Randell: All Blacks camp is counter-productive

21:47, May 25 2013
Ben Afeaki
BAD LUCK: Ben Afeaki missed the game against the Crusaders due to a calf injury suffered at the All Blacks training camp.

What a shame New Zealand's two best tighthead props, Owen Franks and Ben Afeaki, had to miss the top-of-the-conference Super Rugby clash in Hamilton.

And what a pity that came about because of the All Blacks wider training squad camp in Mt Maunganui, where Franks injured a hamstring and Afeaki tweaked a calf.

The folly of having that camp in the leadup to the biggest game of the New Zealand season came back to bite both the Crusaders and Chiefs.

That simply shouldn't have happened.

Nor should the All Blacks training camp, which will be repeated for the next three days at the same venue, ahead of big matches for four New Zealand's Super Rugby franchises.

The All Blacks management have made much of justifying these camps over the past week or two, saying they need to get new players up to speed with their methods, and invigorate some of the older hands, many of whom have been in sluggish form this year.


They also say it's crucial to their planning for the looming three tests against France. I'd suggest they will have more time with their players than the French.

To me, it reeks of the All Blacks coaches having to justify their positions. They are clearly itching to get their tracksuits on.

It seems hypocritical for Steve Hansen to be talking one week with concern about top players getting too much rugby and then crowding these camps into one of the most crucial periods of the Super season.

It flies against the argument of keeping players fresh - and to have 38 players involved is overkill.

I've long maintained that many injuries are caused by over-training, and that could be the case here with Franks and Afeaki.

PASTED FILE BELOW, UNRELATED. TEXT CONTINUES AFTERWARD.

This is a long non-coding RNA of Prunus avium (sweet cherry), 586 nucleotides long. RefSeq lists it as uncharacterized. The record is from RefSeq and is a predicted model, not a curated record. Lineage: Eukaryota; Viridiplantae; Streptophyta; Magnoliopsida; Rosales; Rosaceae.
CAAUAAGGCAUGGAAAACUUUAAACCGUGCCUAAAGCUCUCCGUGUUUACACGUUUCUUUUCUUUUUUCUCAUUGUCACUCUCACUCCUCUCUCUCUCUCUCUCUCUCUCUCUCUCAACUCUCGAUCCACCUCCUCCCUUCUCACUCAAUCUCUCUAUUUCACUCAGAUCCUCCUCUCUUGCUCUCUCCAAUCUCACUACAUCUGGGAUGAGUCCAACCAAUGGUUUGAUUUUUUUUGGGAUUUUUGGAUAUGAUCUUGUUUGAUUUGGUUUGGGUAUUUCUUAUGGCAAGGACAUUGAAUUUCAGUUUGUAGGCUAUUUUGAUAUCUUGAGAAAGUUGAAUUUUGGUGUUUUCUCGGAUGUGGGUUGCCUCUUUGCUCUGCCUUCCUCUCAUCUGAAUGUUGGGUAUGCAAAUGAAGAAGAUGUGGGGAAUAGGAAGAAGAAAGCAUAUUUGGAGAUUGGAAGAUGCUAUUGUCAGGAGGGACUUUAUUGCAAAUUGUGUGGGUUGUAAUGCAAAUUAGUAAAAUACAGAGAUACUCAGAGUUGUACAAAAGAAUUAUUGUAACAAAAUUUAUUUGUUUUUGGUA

If they were fit and available, they could certainly have added to what was a pretty good game of rugby in Hamilton on Friday night, where the Chiefs held their nerve for a very clever victory.

These are clearly the best two New Zealand teams.

I've made a couple of calls in the past few weeks, talking up the Crusaders.

I won't back away from that. They have the best players, but I think the Chiefs have the best coaches, and in the end that was the difference in this gripping match.

The Chiefs came up with a cunning plan to combat anything the Crusaders could offer.

Their defence was resolute and the amount of pressure they applied to Dan Carter, especially his kicking game, was instrumental in seeing off the Crusaders. The resolve of the Chiefs for that long period after halftime, when they were camped in their own 22, was quite remarkable.

That the Crusaders were unable to find a way through was telling.

For virtually the entire game the Crusaders were made to look like they had no penetration.

Historically they have been able to run the ball either through their forwards or their backs. But in this match they were reduced to trying to maul their way over the line. That said it all.

There's been a bit of consternation over the New Zealand Super Rugby effort this season, especially given the rise of some of the Australian teams and the consistency of the South African sides.

The quality of the Chiefs v Crusaders match will have eased those fears a little bit, though I wouldn't go as far as to rate it a great match.

It was a tense affair and that added to the drama. But there were still a lot of handling mistakes and it reinforced that, even on a good night in winter here, there is a need for more covered stadiums.

- Taine Randell is a former All Blacks captain

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